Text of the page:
The PEOPLE of the State of California, Plaintiff and Respondent, v. Luther POWELL, Defendant and Appellant.
Defendant appeals from the judgment of conviction entered against him following the return of a jury verdict finding him guilty of murder of the second degree.
The sufficiency of the evidence to sustain the verdict is not challenged. Viewed most favorably to the People, it may be summarized as follows: At approximately midnight on August 29, 1962, the victim, Latimore Harvey, Jr., entered the Starlite, a bar and cafe located at 41st Street and Broadway in Los Angeles. Appellant, Luther Powell, was the cook and operator of the kitchen section of the establishment. This kitchen section was separated from the bar and booths by an open doorway. Several of the patrons who were present testified that after entering the front door, the victim walked toward the rear of the establishment and stopped near a juke box where he could see appellant through the doorway of the kitchen. The victim then pointed his finger at appellant and said:
‘You dirty * * *, I am going to call the police this time because I think you are a dirty * * *.'1 The victim then continued further toward the rear of the establishment walking toward a telephone booth. Several witnesses observed that the victim had a dime in his hand. Immediately thereafter, appellant came out of the kitchen doorway and walked to the juke box carrying a revolver in his hand. He leveled his arm, taking aim over the juke box and fired at the victim as the latter walked toward the telephone booth. The victim continued to walk on and he entered the telephone booth. Appellant kept on firing his revolver and the deceased slumped to the floor of the phone booth against the door thereof as it stood at least partially open. Appellant replied to the remark of the deceased during the shooting. He said:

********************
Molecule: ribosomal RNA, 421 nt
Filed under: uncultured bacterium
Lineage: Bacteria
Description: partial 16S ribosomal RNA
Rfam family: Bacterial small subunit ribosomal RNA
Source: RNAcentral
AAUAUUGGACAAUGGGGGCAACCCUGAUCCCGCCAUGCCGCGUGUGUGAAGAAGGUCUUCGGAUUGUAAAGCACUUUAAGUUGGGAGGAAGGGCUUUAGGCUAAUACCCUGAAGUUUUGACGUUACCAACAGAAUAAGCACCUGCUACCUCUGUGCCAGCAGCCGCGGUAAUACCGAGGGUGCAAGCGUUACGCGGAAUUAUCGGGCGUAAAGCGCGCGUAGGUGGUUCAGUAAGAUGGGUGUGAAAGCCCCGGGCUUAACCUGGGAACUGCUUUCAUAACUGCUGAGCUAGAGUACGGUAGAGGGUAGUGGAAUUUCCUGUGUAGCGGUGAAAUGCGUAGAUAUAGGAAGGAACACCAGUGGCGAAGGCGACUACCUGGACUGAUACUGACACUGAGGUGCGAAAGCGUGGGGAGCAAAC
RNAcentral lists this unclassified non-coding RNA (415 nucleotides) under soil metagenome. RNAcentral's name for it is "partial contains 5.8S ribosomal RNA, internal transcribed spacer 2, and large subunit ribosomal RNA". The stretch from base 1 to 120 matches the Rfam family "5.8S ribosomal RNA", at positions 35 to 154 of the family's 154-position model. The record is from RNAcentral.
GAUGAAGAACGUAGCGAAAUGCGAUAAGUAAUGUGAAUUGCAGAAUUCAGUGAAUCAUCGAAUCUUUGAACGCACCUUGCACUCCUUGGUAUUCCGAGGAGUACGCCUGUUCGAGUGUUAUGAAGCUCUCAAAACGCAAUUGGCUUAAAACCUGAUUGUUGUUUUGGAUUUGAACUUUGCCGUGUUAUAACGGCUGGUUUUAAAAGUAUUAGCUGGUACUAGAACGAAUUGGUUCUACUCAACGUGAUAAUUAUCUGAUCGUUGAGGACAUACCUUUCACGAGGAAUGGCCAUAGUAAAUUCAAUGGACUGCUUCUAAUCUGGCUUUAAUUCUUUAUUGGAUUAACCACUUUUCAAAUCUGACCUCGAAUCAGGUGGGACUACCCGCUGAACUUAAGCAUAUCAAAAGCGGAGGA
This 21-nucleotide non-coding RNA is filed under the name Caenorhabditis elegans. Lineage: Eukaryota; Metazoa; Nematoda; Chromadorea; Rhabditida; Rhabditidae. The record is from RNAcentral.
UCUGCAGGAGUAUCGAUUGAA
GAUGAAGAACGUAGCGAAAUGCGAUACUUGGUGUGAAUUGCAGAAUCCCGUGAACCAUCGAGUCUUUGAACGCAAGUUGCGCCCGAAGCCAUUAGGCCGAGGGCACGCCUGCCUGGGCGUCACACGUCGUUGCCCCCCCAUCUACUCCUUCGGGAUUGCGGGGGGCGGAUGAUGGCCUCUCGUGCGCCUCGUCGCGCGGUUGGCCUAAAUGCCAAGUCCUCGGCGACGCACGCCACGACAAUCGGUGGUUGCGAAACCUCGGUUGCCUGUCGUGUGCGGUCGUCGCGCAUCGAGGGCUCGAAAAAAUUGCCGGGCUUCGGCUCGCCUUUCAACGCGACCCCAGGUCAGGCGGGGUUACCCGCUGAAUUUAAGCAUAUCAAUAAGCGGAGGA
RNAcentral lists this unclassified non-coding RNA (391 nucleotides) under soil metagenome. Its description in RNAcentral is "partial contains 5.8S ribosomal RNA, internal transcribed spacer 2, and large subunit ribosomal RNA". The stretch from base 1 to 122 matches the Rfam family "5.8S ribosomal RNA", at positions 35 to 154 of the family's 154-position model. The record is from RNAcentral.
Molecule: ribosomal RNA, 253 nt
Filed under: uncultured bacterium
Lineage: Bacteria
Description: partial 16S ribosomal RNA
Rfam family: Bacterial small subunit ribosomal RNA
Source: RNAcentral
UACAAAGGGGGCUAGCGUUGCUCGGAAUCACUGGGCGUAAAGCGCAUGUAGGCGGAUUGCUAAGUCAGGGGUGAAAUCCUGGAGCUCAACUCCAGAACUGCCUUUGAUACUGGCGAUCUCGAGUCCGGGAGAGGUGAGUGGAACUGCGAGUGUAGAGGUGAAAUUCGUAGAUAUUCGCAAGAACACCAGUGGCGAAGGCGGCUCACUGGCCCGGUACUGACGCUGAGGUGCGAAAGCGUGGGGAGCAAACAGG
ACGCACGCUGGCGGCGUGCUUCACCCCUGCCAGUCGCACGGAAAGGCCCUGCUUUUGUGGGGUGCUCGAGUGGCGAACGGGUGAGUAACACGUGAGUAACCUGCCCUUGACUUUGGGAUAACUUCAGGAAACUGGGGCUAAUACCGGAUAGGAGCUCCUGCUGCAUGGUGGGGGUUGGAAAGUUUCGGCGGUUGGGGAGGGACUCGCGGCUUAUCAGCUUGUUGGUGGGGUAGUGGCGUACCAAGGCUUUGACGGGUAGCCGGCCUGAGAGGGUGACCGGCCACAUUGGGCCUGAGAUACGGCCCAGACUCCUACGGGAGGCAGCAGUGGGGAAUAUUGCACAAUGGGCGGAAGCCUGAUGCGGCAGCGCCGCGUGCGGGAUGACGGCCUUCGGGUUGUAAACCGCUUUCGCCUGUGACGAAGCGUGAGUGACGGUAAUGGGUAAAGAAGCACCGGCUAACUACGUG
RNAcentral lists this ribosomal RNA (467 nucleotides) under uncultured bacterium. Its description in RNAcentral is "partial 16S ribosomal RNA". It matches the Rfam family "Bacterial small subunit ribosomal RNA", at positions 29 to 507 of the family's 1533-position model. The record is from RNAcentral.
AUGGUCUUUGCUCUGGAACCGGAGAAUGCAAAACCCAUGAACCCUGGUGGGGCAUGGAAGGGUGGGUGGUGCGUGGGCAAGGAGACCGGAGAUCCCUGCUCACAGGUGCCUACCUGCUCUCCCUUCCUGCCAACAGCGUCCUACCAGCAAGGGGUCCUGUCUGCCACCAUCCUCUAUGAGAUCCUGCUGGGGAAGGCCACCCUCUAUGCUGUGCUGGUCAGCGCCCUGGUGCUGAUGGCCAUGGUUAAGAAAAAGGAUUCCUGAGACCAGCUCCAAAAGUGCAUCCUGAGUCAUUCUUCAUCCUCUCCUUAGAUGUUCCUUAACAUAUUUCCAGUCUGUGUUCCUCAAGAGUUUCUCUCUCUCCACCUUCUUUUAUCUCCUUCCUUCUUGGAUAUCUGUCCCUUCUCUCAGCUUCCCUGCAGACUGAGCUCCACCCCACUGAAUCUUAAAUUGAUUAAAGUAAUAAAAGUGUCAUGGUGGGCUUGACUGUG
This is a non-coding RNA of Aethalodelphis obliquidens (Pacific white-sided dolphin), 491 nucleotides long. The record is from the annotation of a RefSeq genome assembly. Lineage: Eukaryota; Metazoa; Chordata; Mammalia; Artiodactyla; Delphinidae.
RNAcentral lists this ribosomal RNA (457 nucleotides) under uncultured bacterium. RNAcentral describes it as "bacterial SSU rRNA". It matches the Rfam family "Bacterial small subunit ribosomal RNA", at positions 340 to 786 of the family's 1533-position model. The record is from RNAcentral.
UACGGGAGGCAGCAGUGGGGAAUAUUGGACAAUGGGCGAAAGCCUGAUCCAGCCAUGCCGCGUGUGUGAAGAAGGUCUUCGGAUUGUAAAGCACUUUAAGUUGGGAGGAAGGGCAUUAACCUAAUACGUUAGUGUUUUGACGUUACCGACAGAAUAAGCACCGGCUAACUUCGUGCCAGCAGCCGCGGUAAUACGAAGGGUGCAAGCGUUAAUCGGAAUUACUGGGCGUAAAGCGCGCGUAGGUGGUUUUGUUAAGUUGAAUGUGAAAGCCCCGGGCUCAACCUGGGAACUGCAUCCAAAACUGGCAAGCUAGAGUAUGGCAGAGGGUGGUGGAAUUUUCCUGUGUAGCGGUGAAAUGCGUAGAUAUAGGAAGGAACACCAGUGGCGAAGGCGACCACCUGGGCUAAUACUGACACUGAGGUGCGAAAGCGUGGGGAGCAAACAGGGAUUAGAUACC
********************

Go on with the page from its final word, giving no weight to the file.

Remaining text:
‘I am getting tired of you dirty * * * messing with me. * * * You started, you * * * coming in here ruining this business.’ Appellant kept pulling the trigger of the revolver after it ceased firing and thereafter it began to click. Appellant then said: ‘Where the rest of them bad [obscenity].’
A cruising police car received a radio call reporting the shooting. When one of the police officers entered the establishment, he found appellant with the gun in his hand. Appellant handed the officer the gun; it contained six discharged cartridges. The officer asked appellant about the man he had shot and appellant told the officer that he would find him in the phone booth. The officer then asked appellant why he had killed the deceased. Appellant replied: ‘That nigger [obscenity] has been coming in here and bothering me. I am getting tired of being called a nigger by him, and I just finally decided to shoot him and get rid of him.’